NIH Sep 20, 2013 | U01

Exploring Perspectives of Genomics & Sickle Cell Public Health Interventions

Principal Investigator(s): Wonkam, Ambroise

Institution: University of Cape Town

FOA Number: RFA-RM-12-005

Abstract

H3Africa provides an unprecedented opportunity to study genetic and genomic technologies into research, diagnosis, intervention, and treatment for sickle cell disease (SCD) in Africa. As such, involving a few African Centers already involved in the forefront of Sickle Cell Disease Research in Africa with moderate expertise on psychosocial research (Cameroon), newborn screening (Ghana) or genomics studies (Tanzania) could serves as a reservoir for rigorous examination of a wide range of accompanying ethical, psychosocial, cultural, and policy issues. While there is a moderate amount of speculation and some theoretical/conceptual literature about the perceptions, utility, and impact of genomic research and SCD-related public health strategies in Africa, little empirical data are available. Empirical data from a broad spectrum of stakeholders are essential to the development of effective policies and programs. A major objective of this pilot project is to advance our understanding of the perspectives of researchers, health professionals, and community populations within our collaborative network concerning both genomic research and the public health aspects of SCD. We will employ qualitative research methods to pursue the following specific aims: Aim 1: Explore perspectives and attitudes regarding genomic research and its implementation and implications in Cameroon, Ghana and Tanzania. Aim 2: Assess perceptions about public health interventions to increase awareness, early detection, and prevention of SCD-related complications. This research is the first phase of a series of longitudinal, mixed method studies exploring individual, family, community, and professional perspectives on genomic research and SCD-related public health interventions. This formative research will help us to define the most effective strategies for: 1) implementing genomic research and addressing the pertinent issues and 2) insuring informed decision-making about and optimal uptake of newborn screening, other public health interventions for SCD, and the related services. PUBLIC HEALTH RELEVANCE: While there is a moderate amount of speculation and some theoretical/conceptual literature about the perceptions, utility, and impact of genomic research and SCD-related public health strategies in Africa, little empirical data are available. Empirical data from a broad spectrum of stakeholders are essential to the development of effective policies and programs. A major objective of this project is to advance our understanding of the perspectives of research scientists, health professionals, SCD patients and community populations within our collaborative network concerning both genomic research and the public health aspects of SCD. We will employ qualitative research methods to pursue the following specific aims: Aim 1: Explore perspectives and attitudes regarding genomic research and its implementation and implications in Cameroon, Ghana, and Tanzania. Aim 2: Assess perceptions about public health interventions to increase awareness, early detection, and prevention of SCD-related complications. This research is the first phase of a series of longitudinal, mixed method studies exploring individual, family, community, and professional perspectives on genomic research and SCD-related public health interventions. This formative research will help us to define the most effective strategies for: 1) implementing genomic research and addressing the pertinent issues and 2) insuring informed decision-making about and optimal uptake of newborn screening, other public health interventions for SCD, and the related services.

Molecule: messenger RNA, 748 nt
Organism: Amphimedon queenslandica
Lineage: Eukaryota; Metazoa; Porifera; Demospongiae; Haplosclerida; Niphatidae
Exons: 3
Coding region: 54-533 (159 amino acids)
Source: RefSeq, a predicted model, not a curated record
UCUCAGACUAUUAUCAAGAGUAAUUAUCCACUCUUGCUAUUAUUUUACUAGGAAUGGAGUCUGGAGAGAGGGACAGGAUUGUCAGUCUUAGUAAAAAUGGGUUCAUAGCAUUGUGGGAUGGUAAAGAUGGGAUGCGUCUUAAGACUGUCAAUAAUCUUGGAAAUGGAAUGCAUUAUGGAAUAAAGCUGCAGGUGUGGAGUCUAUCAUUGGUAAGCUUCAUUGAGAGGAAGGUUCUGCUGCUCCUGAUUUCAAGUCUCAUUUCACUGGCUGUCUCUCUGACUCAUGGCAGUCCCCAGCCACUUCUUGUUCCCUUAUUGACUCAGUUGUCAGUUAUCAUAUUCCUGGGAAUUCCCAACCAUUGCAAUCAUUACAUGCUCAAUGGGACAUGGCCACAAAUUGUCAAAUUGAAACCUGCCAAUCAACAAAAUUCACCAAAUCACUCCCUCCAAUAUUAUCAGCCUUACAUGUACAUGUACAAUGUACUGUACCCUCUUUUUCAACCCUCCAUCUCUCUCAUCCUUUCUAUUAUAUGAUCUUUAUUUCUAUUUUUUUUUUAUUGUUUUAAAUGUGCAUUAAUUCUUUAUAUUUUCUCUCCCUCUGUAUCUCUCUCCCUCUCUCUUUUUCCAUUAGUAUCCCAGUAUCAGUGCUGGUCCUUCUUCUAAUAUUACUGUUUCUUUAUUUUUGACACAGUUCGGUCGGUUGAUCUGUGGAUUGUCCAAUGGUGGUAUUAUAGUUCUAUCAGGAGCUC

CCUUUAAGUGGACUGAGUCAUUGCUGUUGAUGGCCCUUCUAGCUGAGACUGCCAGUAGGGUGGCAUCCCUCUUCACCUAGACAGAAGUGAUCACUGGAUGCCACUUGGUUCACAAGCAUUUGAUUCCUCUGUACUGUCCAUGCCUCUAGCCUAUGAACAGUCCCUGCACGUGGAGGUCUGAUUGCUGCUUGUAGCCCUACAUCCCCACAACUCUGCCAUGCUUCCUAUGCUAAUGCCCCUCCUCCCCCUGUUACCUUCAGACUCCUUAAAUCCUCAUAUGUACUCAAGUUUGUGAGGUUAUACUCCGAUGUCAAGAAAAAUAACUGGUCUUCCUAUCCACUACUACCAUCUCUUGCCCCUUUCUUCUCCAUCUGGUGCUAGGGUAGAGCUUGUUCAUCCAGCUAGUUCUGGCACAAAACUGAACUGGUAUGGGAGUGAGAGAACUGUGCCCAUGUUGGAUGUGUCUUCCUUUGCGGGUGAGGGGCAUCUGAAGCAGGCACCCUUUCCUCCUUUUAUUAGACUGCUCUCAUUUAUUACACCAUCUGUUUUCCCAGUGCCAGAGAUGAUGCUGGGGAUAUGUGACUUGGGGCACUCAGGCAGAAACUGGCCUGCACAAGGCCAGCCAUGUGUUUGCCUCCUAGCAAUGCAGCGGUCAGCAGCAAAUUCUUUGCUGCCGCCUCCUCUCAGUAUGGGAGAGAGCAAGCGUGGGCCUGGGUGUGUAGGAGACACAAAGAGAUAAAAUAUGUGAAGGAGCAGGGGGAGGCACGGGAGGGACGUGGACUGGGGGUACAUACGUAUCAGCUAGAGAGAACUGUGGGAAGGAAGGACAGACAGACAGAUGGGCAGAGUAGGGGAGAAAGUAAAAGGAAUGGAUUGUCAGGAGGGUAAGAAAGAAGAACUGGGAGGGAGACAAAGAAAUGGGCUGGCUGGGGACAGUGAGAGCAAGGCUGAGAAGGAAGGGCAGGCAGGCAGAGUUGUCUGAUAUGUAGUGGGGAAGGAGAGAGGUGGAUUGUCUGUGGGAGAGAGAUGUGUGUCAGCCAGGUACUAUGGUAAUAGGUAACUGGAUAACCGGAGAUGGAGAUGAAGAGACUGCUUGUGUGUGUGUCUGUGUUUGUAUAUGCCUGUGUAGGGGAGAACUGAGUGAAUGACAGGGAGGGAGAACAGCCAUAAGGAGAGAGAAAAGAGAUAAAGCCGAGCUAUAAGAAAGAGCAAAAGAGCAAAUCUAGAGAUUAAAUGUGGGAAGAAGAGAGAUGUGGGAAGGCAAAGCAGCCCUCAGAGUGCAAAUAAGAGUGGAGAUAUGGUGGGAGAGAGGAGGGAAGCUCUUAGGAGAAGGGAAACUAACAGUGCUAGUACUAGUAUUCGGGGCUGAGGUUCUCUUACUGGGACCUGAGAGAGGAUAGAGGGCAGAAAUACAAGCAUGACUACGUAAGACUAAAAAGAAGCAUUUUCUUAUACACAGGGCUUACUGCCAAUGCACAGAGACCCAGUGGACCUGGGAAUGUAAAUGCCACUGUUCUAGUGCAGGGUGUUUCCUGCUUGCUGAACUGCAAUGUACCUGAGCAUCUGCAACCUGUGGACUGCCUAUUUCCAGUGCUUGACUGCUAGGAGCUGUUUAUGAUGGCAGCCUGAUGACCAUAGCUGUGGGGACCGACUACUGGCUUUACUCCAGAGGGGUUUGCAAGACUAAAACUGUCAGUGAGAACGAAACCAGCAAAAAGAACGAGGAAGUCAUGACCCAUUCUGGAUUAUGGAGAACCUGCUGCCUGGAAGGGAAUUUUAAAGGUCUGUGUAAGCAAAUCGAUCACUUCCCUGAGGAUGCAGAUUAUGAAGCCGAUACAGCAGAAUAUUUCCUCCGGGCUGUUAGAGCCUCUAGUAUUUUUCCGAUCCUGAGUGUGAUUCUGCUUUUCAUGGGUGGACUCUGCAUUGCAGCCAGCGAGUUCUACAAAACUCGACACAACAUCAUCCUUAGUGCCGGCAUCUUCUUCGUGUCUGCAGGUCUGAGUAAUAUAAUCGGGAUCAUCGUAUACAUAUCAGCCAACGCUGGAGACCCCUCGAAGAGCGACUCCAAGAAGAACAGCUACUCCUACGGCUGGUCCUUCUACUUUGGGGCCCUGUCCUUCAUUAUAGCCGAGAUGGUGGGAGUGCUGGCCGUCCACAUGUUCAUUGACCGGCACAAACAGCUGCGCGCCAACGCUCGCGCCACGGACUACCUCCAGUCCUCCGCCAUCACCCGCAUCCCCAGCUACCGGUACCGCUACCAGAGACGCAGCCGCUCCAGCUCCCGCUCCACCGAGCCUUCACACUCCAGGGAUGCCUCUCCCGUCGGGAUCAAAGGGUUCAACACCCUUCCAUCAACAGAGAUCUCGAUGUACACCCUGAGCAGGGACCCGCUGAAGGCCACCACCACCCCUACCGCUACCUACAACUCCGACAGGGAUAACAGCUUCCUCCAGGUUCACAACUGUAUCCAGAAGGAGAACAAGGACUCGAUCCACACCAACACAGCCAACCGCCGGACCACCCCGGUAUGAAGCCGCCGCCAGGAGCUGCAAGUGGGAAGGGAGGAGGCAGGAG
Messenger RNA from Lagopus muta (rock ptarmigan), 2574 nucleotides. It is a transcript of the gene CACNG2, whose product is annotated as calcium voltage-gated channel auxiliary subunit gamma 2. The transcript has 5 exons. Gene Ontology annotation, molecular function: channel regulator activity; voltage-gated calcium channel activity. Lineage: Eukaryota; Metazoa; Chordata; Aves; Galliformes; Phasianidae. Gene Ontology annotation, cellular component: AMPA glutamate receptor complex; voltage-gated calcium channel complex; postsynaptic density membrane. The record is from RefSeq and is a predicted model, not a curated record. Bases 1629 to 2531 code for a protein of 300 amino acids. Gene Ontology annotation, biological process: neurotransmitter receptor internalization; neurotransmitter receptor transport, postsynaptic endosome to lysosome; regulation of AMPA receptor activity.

FUNDING AGENCY:

Funder:
NIH

Institute:
NATIONAL HUMAN GENOME RESEARCH INSTITUTE

Funding Type:
U01

Project Number:
U01HG007459

Start Date:
Sep 20, 2013

End Date:
Jul 31, 2016

PROJECT TERMS:

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